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The Detektiv Novel: Russians' Favorite Pulp Genre

December 30, 2016       Arts and Culture
The Detektiv Novel
In Russia, noir and crime mystery
who-dunnits are all the rage

Book lovers may love their Dostoevsky epics and Nabokov characters but did you know that Russia has a rich reading and writing tradition in crime fiction pulp?  Literature may seem too lofty for most as a hobby and as a profession, but reading and writing noir thrillers and adventures for kicks is still good.  Especially in Russia where hero detectives uncover political corruption, western imperialist spies, and other mystery tropes that make up crime stories. 

Let us look at Russian authors of the Detektiv novel.  You would be surprised that some bestselling Russian authors have sold Detektiv novel series in the millions of dollars and have signed movie deals for their book series.

Russian Detektiv novels have both cookie-cutter heroes AND anti-heroes who encounter the unique travails of post-Soviet Russia as its common setting: corruption, sleaze, bribery, treacherous situations, murder and espionage.

The Russian detective often does not solve a case per se but comes out of the story as a more upright human being--which is why most western reviewers claim that Russian detective novels still do not achieve the same exhilirating plot executions as western crime novels. 

REACH takes a look at some of the most popular Russian crime Detektiv genre authors right now:

Boris Akunin

Among Russian Detektiv genre authors, Boris Akunin, or 
Grigory Shalvovich Chkhartishvili. is the one novelist who has become successful in the west with a Russian period-crime series that work best as western noir novels.  An academic and a translator by trade, Grigory is heralded by Russian literature reviewers as someone who writes incredible prose but uses the hard-boiled plots of crime Detektiv novels as his method.  Bored with his day job in the university, Grigory started churning out Detektiv novels at the age of 40.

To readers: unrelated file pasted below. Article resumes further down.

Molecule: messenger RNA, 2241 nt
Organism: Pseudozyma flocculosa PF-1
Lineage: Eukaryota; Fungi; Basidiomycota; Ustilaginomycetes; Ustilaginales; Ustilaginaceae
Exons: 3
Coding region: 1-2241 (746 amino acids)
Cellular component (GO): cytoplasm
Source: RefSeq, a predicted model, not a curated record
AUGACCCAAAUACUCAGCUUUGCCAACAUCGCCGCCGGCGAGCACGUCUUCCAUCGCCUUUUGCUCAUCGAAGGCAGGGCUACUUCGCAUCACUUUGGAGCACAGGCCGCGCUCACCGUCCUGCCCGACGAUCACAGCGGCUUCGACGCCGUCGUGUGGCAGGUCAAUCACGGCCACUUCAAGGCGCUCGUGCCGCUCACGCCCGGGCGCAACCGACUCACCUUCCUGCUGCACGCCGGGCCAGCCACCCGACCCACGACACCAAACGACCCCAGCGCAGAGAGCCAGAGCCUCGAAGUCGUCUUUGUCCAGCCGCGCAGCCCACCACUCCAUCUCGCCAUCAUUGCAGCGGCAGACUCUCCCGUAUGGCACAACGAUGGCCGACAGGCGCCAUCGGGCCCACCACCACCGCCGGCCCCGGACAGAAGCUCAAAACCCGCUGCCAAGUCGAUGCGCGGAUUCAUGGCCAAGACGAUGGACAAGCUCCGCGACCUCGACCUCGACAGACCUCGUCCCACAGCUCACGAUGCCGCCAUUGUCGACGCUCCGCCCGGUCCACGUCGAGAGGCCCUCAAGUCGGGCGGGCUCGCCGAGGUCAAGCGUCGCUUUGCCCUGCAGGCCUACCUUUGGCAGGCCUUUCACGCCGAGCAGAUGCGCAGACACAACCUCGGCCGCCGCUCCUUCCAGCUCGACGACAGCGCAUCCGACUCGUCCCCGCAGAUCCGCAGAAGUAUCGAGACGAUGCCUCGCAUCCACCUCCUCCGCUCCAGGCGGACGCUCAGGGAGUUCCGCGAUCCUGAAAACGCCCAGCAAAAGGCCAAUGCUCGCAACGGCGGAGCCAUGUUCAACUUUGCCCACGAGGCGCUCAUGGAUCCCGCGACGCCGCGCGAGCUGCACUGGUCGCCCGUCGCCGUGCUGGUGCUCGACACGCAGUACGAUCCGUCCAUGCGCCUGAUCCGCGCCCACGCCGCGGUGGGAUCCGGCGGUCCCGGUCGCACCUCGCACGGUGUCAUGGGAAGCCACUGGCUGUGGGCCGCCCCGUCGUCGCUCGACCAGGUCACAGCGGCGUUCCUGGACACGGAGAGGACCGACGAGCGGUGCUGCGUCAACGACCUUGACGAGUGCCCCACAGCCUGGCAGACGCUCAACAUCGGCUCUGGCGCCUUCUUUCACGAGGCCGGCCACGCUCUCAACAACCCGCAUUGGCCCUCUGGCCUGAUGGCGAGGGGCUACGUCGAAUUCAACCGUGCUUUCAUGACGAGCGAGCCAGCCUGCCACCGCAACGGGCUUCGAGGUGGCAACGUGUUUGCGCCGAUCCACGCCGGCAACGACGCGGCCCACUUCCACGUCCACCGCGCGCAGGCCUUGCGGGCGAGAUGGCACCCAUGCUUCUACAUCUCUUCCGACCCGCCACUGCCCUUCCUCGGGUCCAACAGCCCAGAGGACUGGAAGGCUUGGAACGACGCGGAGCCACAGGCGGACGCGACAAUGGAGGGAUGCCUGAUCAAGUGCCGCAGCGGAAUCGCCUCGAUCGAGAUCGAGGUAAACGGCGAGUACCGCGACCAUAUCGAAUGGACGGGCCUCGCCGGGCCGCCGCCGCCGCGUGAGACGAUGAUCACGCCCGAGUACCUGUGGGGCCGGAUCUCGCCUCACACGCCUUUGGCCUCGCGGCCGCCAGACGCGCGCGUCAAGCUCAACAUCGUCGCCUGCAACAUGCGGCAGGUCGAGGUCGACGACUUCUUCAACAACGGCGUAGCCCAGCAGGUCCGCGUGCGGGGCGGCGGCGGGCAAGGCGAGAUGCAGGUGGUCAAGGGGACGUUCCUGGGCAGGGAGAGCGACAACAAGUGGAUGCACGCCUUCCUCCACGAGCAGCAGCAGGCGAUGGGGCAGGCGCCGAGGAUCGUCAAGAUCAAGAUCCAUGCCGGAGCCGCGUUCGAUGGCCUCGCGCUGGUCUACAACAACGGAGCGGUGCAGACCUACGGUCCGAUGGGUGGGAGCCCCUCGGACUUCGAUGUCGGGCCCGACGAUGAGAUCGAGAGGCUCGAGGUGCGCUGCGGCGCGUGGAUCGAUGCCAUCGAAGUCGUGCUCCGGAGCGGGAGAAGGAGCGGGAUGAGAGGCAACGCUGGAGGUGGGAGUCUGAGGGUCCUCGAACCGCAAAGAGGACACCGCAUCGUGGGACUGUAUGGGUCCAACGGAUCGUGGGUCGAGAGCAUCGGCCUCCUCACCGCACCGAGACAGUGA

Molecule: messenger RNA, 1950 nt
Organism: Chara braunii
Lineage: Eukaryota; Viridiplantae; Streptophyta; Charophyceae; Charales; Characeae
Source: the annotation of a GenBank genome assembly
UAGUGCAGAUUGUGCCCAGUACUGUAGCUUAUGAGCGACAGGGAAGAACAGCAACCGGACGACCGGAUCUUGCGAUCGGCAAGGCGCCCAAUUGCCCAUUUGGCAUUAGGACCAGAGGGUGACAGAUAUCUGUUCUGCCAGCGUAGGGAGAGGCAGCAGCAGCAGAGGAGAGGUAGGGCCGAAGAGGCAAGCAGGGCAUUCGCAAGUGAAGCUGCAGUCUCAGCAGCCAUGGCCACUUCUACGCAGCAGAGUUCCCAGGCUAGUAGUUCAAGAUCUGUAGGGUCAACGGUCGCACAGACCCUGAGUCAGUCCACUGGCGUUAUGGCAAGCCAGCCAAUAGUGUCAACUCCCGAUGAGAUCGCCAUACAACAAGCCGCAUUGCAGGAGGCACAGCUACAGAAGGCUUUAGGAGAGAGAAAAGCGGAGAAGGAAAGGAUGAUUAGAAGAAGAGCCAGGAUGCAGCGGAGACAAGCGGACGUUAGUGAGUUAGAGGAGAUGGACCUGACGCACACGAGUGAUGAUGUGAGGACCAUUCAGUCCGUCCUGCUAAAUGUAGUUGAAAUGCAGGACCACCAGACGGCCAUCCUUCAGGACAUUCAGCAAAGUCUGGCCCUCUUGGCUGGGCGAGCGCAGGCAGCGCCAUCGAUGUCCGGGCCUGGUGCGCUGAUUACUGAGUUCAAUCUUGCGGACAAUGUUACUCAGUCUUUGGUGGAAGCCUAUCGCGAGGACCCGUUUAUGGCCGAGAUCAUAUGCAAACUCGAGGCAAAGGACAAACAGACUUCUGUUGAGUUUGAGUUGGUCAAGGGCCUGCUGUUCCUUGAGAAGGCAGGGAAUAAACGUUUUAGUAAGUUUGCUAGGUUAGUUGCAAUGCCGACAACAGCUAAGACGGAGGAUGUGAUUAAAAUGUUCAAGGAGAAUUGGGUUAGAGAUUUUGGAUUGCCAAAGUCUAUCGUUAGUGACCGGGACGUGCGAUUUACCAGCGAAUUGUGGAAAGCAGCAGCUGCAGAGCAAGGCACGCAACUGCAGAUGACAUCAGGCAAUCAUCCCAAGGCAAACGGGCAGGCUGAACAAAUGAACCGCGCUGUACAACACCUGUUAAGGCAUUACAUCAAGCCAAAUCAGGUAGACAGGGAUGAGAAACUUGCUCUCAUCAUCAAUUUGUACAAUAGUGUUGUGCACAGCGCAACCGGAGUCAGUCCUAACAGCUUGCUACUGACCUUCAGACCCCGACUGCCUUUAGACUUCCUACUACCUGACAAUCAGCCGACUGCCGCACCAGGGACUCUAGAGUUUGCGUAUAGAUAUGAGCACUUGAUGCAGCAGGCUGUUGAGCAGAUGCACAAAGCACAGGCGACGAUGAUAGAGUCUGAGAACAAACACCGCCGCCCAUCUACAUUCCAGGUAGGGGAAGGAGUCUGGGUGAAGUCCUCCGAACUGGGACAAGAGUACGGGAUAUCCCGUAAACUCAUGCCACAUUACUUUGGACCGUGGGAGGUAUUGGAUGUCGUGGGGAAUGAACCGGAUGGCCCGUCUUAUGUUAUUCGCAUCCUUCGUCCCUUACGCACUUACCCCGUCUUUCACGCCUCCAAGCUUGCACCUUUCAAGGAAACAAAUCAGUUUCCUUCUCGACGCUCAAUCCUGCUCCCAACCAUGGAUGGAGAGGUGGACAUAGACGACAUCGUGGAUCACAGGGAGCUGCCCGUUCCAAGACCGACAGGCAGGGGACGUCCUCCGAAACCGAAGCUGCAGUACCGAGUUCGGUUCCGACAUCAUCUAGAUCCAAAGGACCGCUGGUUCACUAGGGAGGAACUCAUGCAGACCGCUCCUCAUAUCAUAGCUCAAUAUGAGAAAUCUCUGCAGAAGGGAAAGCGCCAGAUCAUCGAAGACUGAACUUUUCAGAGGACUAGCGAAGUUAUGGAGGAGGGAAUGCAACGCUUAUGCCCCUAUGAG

Grigory Shalvovich Chkhartishvili aka
author Boris Akunin

Lev Anninsky, a critic of popular Russian fiction in an interview described Akunin as "a very skillful writer."
"Akunin gives a panorama of all Russian styles, like a true literary scholar, which he is....Here is Leskov, and here is Tolstoy, and here is Turgenev. Akunin's prose is like a dead tree sprinkled with resin -- it smells of wood but doesn't produce shoots."
His Detektiv series revolves around Tsarist-era sleuth, Erast Fandorin.  Published first in n 1998, with The Adventures of Erast Fandorin, The Winter Queen, Fandorin crime mysteries have reached 13 novels so far with the latest yarn The Black City published in November 2012.  Two Fandorin novels, Turkish Gambit and The State Counsellor, were made into big-budget movies, which broke Russian box office records in 2005.

Boris Akunin's Erast Fandorin, crime detektiv series has been translated in 35 languages, and has sold over 25 million copies worldwide and is published by Phoenix, an arm of the Orion Publishing Group.

Alexandra Marinina

Marinina Alexandra
is the pen-name of Marina Anatolevna Alekseeva, a retired lieutenant colonel of the Russian Police, who became a lawyer after she left the service.  Alexandra has been writing Detektiv novels since 1995.  An inspired career move for those of us stuck in drudgery jobs and want to try our hand at storytelling as a more rewarding career.  If writing can be a great career move in any place in the world, it should be something we who can, should take a shot at.  And move on from just pulp romance Wattpad YA stories to pulp adventure and other genres.

Marina Anatolevna Alekseeva aka
Alexandra Marinina

From 1996 to 2004 Marinina published more than 25 novels: mostly "Police Detektiv" series with the leading heroine--Nastya Kamenskaya, a police investigator.  Currently she has had 16 novels from the Kamenskaya, police heroine sleuth become parts of a television series.  

Even if she writes in other fiction genres, Alexandra Marinina is considered the queen of the Russian modern detektiv mystery and her novels have been translated into 23 languages and published in 24 countries.  |